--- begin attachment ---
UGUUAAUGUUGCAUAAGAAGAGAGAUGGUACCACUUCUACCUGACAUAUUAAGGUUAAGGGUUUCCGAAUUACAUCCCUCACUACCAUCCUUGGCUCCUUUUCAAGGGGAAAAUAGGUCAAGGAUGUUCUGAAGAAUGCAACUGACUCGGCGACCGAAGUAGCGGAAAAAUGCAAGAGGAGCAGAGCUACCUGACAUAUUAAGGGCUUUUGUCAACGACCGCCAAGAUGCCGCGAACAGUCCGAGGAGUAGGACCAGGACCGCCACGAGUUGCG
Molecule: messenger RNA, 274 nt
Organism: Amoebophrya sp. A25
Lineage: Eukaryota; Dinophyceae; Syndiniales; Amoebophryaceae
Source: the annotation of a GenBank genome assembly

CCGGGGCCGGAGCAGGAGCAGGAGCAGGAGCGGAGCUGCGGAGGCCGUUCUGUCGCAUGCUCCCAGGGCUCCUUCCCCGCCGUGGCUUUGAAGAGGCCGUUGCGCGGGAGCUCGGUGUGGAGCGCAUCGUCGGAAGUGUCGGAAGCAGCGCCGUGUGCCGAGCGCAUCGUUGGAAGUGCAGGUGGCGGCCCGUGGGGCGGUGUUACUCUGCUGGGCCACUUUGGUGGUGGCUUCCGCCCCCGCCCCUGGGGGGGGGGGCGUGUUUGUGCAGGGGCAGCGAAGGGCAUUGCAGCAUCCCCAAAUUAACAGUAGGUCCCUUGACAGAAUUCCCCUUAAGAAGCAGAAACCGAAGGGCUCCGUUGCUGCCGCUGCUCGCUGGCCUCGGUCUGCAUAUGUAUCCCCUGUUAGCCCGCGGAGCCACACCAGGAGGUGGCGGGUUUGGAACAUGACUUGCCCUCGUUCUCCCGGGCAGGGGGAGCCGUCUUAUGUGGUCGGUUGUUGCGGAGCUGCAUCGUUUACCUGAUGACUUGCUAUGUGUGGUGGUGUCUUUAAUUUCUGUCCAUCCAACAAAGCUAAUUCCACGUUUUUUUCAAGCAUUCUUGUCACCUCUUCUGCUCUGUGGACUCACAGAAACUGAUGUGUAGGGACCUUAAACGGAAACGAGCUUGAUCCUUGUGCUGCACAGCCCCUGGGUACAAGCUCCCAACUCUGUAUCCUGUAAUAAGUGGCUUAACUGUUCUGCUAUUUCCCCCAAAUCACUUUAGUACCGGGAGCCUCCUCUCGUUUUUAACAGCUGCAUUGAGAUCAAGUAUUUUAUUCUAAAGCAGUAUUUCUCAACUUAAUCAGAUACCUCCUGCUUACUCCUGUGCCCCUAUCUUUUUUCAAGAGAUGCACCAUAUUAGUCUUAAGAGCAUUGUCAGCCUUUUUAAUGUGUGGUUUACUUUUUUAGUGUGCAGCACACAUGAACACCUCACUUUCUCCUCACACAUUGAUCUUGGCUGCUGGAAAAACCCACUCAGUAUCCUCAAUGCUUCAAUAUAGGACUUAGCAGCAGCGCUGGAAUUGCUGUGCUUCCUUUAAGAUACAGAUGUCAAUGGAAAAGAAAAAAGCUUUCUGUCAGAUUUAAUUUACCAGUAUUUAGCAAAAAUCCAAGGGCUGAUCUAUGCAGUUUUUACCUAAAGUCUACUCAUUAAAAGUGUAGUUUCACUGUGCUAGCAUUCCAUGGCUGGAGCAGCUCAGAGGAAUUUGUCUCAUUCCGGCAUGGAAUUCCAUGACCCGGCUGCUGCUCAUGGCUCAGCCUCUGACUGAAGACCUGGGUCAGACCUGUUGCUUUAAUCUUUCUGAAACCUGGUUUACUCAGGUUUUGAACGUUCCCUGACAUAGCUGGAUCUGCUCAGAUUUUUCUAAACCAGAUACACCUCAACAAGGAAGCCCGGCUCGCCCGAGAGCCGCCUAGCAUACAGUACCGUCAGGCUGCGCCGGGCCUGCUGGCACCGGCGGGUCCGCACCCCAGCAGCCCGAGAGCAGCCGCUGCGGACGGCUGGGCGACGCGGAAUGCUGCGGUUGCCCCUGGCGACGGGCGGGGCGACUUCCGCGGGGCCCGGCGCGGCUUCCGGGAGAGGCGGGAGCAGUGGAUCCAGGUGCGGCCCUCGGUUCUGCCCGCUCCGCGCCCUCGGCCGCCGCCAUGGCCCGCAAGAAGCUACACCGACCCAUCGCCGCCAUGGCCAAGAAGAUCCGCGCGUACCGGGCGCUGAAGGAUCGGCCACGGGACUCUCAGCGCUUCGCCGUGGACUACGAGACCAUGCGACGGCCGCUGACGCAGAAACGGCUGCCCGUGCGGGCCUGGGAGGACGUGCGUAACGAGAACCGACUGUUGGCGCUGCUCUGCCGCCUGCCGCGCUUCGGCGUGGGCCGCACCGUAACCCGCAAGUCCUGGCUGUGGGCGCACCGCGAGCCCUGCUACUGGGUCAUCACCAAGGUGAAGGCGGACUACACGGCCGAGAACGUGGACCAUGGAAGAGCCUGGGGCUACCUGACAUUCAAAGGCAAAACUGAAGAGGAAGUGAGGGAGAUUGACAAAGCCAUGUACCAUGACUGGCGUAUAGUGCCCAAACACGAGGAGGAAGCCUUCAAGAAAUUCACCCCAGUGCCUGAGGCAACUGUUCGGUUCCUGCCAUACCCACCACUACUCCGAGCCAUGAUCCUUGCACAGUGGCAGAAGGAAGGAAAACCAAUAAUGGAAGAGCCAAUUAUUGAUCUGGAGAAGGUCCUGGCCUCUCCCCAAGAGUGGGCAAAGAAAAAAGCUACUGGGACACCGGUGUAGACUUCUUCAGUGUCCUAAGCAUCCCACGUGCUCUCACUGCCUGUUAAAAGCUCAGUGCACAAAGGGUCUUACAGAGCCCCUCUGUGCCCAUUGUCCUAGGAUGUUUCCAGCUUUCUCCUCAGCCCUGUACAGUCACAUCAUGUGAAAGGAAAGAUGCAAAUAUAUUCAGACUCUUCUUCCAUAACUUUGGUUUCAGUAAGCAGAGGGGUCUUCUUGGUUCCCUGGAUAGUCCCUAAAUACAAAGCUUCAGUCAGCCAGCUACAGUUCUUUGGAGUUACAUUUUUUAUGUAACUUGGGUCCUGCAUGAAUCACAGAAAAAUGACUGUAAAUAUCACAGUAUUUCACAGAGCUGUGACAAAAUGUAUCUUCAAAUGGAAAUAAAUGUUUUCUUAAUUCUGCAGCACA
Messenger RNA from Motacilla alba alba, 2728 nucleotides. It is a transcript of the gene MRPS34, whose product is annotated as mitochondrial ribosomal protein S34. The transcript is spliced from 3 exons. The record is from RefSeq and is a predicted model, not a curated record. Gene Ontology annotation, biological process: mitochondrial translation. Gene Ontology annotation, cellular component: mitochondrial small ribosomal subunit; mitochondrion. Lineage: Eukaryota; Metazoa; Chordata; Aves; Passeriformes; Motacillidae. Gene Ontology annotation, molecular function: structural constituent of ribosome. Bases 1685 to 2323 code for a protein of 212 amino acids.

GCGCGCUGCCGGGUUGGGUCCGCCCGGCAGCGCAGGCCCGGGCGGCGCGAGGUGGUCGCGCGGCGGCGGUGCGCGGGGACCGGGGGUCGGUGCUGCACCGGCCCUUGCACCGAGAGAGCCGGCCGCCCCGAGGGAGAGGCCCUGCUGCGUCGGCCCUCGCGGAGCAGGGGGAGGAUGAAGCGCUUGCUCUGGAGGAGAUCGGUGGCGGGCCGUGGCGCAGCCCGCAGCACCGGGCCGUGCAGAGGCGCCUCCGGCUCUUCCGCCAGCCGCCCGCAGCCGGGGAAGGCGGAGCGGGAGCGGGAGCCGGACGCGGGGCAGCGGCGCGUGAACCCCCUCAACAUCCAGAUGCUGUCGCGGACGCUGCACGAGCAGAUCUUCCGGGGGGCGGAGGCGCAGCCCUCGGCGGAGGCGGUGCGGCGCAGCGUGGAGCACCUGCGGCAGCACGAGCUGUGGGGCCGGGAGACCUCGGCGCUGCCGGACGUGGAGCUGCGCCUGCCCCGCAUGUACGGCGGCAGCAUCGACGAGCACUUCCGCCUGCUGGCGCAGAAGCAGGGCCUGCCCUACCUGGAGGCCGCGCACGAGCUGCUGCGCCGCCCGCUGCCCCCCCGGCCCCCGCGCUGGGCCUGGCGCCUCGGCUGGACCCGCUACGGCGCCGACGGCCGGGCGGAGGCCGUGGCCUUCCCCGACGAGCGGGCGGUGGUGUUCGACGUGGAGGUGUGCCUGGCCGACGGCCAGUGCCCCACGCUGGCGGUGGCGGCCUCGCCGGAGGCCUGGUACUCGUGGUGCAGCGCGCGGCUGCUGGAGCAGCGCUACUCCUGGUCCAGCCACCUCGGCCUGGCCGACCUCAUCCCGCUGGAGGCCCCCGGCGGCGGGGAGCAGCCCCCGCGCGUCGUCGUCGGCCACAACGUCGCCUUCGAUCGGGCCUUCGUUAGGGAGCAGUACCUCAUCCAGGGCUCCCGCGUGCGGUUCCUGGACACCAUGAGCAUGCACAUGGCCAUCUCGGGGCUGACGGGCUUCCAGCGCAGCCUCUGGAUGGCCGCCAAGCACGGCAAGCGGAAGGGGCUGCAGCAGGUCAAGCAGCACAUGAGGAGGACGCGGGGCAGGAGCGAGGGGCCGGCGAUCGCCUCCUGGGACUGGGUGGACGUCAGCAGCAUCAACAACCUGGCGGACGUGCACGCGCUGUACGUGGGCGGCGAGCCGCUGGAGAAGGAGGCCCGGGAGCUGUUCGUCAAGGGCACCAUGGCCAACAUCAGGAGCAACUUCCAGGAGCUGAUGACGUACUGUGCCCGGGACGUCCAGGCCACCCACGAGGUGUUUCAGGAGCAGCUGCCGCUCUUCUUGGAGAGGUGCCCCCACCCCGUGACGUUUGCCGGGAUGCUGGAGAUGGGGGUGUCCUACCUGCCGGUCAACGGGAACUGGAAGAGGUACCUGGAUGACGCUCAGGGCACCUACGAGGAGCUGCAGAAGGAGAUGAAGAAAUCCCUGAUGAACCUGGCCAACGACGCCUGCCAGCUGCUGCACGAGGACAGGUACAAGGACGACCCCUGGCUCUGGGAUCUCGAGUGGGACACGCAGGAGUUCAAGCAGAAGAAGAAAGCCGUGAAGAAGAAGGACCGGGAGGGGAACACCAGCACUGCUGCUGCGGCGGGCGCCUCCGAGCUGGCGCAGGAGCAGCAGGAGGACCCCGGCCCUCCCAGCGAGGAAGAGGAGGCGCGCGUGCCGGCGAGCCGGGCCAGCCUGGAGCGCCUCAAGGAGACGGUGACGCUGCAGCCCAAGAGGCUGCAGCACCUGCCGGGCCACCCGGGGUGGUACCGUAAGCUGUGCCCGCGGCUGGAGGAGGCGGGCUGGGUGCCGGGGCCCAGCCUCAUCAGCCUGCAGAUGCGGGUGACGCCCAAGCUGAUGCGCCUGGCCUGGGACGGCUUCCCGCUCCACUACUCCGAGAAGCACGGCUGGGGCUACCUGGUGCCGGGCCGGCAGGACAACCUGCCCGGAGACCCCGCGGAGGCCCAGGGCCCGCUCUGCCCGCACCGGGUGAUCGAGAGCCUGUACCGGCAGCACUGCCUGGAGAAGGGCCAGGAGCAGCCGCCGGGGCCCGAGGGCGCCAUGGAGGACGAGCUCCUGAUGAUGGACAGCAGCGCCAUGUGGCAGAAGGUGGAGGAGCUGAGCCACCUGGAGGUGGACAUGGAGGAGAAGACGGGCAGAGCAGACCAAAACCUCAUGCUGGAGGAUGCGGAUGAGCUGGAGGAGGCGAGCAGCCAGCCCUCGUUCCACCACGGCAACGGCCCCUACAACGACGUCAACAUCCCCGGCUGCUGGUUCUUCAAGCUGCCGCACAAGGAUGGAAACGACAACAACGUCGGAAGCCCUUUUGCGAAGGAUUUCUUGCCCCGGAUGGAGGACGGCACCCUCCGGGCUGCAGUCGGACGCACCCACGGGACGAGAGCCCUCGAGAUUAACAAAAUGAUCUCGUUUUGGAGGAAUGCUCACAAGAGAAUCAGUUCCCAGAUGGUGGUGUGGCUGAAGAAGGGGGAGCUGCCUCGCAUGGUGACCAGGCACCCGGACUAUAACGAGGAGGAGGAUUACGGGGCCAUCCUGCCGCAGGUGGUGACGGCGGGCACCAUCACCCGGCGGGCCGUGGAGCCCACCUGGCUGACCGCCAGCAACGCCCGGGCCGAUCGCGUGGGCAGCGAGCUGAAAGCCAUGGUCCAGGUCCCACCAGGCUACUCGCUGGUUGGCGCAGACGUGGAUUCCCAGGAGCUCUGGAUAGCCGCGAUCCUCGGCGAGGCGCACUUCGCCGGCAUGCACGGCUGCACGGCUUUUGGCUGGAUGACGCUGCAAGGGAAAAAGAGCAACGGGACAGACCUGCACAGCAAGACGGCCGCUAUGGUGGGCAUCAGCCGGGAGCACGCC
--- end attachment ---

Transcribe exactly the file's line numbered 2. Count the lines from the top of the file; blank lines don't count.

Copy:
Molecule: messenger RNA, 274 nt